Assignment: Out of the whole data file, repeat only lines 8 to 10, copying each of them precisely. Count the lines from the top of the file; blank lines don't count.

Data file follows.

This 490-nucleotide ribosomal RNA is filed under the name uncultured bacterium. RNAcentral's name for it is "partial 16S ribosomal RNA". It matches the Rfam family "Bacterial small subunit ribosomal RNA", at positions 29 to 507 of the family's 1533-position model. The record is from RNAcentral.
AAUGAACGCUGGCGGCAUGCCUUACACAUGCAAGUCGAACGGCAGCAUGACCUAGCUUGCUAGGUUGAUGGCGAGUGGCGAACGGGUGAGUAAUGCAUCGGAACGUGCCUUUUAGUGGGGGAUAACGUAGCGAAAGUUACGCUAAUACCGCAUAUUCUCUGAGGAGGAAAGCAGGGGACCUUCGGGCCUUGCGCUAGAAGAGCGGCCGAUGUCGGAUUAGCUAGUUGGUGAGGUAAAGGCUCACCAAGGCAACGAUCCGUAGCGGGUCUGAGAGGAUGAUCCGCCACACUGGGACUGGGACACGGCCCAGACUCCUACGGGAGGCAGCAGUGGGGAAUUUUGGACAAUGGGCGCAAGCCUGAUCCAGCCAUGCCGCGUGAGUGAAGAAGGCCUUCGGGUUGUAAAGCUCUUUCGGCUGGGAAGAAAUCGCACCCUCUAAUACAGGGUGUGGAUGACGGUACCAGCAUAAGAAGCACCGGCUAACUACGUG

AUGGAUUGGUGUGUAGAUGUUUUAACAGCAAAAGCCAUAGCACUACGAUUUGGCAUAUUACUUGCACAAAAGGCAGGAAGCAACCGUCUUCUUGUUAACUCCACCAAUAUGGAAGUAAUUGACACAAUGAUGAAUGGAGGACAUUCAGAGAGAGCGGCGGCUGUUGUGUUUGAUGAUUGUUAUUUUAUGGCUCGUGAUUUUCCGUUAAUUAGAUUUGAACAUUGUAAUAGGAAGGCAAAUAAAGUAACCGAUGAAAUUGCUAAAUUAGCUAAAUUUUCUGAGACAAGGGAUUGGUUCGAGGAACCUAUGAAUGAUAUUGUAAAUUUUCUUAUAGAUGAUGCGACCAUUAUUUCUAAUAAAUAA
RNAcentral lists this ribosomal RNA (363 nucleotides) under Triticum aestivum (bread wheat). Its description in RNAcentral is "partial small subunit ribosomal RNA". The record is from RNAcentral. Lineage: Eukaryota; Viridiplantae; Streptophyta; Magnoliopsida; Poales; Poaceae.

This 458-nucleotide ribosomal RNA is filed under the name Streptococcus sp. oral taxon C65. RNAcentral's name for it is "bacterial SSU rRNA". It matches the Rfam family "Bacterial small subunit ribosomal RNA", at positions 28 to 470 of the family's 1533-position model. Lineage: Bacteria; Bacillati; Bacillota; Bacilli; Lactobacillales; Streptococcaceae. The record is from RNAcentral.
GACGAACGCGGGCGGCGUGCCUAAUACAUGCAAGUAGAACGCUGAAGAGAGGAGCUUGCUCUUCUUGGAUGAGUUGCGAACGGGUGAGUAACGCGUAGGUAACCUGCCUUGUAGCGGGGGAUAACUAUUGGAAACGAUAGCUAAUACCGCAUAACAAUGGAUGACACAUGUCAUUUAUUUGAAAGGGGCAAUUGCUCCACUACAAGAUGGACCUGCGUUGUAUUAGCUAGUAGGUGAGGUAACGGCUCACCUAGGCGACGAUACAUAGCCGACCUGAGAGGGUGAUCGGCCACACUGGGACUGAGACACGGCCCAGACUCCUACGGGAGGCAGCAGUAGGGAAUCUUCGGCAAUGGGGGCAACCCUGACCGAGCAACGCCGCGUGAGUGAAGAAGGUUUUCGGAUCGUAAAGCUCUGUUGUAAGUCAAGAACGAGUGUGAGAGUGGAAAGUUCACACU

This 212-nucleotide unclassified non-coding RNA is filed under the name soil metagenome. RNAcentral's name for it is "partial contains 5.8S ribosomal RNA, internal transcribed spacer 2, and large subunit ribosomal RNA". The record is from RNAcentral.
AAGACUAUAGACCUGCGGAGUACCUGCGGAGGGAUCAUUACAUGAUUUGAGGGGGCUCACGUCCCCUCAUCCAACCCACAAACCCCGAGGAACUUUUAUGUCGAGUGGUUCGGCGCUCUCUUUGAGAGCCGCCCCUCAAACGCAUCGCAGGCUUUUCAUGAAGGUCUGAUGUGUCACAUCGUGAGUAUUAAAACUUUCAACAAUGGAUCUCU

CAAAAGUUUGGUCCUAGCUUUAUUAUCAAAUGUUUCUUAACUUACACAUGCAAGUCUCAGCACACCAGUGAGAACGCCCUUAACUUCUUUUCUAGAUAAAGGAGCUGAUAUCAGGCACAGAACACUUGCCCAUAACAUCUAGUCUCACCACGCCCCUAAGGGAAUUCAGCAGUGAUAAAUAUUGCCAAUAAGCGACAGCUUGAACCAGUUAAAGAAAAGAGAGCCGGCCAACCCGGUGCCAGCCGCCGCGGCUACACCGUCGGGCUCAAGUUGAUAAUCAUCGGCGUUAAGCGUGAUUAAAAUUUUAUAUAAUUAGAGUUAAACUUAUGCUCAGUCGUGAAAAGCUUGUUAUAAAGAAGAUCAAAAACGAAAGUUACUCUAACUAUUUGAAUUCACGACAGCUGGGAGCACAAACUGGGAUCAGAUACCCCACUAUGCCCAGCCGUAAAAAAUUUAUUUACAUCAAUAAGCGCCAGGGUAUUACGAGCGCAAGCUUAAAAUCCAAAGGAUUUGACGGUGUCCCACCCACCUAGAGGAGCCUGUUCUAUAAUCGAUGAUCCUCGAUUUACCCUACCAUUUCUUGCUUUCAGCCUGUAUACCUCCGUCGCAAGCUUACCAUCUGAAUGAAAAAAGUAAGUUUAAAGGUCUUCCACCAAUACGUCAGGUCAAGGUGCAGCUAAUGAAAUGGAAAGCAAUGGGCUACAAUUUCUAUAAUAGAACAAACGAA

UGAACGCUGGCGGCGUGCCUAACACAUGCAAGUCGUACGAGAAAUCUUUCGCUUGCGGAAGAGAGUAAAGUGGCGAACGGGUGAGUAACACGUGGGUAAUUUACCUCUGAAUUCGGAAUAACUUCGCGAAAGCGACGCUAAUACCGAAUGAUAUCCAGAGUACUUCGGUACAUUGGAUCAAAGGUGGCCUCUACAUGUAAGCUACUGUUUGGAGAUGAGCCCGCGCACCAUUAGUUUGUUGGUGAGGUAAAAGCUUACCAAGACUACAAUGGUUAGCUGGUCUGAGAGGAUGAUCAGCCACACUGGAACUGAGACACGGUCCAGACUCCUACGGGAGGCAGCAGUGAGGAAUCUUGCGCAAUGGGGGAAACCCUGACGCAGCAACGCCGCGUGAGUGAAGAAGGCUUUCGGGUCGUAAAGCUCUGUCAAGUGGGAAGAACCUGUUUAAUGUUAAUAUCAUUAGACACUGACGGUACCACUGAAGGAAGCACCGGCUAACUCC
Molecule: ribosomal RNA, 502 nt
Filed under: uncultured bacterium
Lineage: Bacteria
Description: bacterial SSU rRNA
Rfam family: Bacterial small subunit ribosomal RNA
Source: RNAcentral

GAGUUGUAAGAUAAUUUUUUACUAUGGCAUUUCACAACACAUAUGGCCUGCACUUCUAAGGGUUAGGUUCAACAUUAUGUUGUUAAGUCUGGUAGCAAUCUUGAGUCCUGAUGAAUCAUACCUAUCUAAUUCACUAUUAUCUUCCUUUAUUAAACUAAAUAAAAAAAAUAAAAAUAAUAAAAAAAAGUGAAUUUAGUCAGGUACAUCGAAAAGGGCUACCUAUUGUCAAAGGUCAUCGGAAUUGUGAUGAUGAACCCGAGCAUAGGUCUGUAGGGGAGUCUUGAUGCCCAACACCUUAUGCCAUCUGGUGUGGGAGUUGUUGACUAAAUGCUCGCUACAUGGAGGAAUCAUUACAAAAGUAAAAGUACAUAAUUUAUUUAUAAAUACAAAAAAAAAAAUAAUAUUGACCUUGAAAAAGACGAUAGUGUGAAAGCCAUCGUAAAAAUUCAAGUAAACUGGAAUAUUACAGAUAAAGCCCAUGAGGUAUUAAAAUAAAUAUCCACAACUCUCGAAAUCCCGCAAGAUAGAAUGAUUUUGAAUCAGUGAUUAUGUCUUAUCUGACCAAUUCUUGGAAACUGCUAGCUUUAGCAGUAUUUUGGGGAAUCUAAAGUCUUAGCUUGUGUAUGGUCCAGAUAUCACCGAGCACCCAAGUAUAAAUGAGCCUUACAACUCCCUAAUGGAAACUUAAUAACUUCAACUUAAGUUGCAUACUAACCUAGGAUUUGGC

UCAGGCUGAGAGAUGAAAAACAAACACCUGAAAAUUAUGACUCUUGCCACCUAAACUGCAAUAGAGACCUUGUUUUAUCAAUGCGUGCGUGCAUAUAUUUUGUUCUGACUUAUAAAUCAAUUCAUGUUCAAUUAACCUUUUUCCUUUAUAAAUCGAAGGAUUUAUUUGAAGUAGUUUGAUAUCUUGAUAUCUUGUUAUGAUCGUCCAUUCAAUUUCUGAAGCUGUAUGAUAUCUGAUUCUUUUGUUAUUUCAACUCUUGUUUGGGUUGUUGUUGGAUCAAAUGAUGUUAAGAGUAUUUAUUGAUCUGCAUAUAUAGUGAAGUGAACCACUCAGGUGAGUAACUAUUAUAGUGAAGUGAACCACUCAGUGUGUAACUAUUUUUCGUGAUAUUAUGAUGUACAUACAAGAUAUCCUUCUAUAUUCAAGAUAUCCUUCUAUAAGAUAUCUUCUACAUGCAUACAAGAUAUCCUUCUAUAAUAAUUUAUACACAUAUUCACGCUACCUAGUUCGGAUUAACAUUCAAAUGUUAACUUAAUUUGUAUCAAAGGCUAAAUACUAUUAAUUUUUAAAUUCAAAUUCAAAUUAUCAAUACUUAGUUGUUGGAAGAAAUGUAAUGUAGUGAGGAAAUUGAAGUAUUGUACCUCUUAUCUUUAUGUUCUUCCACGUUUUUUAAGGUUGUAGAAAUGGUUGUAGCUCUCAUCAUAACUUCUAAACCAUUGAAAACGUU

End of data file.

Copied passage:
AAGACUAUAGACCUGCGGAGUACCUGCGGAGGGAUCAUUACAUGAUUUGAGGGGGCUCACGUCCCCUCAUCCAACCCACAAACCCCGAGGAACUUUUAUGUCGAGUGGUUCGGCGCUCUCUUUGAGAGCCGCCCCUCAAACGCAUCGCAGGCUUUUCAUGAAGGUCUGAUGUGUCACAUCGUGAGUAUUAAAACUUUCAACAAUGGAUCUCU

CAAAAGUUUGGUCCUAGCUUUAUUAUCAAAUGUUUCUUAACUUACACAUGCAAGUCUCAGCACACCAGUGAGAACGCCCUUAACUUCUUUUCUAGAUAAAGGAGCUGAUAUCAGGCACAGAACACUUGCCCAUAACAUCUAGUCUCACCACGCCCCUAAGGGAAUUCAGCAGUGAUAAAUAUUGCCAAUAAGCGACAGCUUGAACCAGUUAAAGAAAAGAGAGCCGGCCAACCCGGUGCCAGCCGCCGCGGCUACACCGUCGGGCUCAAGUUGAUAAUCAUCGGCGUUAAGCGUGAUUAAAAUUUUAUAUAAUUAGAGUUAAACUUAUGCUCAGUCGUGAAAAGCUUGUUAUAAAGAAGAUCAAAAACGAAAGUUACUCUAACUAUUUGAAUUCACGACAGCUGGGAGCACAAACUGGGAUCAGAUACCCCACUAUGCCCAGCCGUAAAAAAUUUAUUUACAUCAAUAAGCGCCAGGGUAUUACGAGCGCAAGCUUAAAAUCCAAAGGAUUUGACGGUGUCCCACCCACCUAGAGGAGCCUGUUCUAUAAUCGAUGAUCCUCGAUUUACCCUACCAUUUCUUGCUUUCAGCCUGUAUACCUCCGUCGCAAGCUUACCAUCUGAAUGAAAAAAGUAAGUUUAAAGGUCUUCCACCAAUACGUCAGGUCAAGGUGCAGCUAAUGAAAUGGAAAGCAAUGGGCUACAAUUUCUAUAAUAGAACAAACGAA

UGAACGCUGGCGGCGUGCCUAACACAUGCAAGUCGUACGAGAAAUCUUUCGCUUGCGGAAGAGAGUAAAGUGGCGAACGGGUGAGUAACACGUGGGUAAUUUACCUCUGAAUUCGGAAUAACUUCGCGAAAGCGACGCUAAUACCGAAUGAUAUCCAGAGUACUUCGGUACAUUGGAUCAAAGGUGGCCUCUACAUGUAAGCUACUGUUUGGAGAUGAGCCCGCGCACCAUUAGUUUGUUGGUGAGGUAAAAGCUUACCAAGACUACAAUGGUUAGCUGGUCUGAGAGGAUGAUCAGCCACACUGGAACUGAGACACGGUCCAGACUCCUACGGGAGGCAGCAGUGAGGAAUCUUGCGCAAUGGGGGAAACCCUGACGCAGCAACGCCGCGUGAGUGAAGAAGGCUUUCGGGUCGUAAAGCUCUGUCAAGUGGGAAGAACCUGUUUAAUGUUAAUAUCAUUAGACACUGACGGUACCACUGAAGGAAGCACCGGCUAACUCC